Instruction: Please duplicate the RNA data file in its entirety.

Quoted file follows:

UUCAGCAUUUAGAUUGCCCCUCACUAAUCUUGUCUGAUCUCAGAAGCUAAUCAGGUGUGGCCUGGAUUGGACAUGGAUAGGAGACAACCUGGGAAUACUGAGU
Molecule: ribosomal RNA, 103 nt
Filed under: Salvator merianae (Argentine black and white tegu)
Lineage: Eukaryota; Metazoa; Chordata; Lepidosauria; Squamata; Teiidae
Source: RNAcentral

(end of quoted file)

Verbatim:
UUCAGCAUUUAGAUUGCCCCUCACUAAUCUUGUCUGAUCUCAGAAGCUAAUCAGGUGUGGCCUGGAUUGGACAUGGAUAGGAGACAACCUGGGAAUACUGAGU
Molecule: ribosomal RNA, 103 nt
Filed under: Salvator merianae (Argentine black and white tegu)
Lineage: Eukaryota; Metazoa; Chordata; Lepidosauria; Squamata; Teiidae
Source: RNAcentral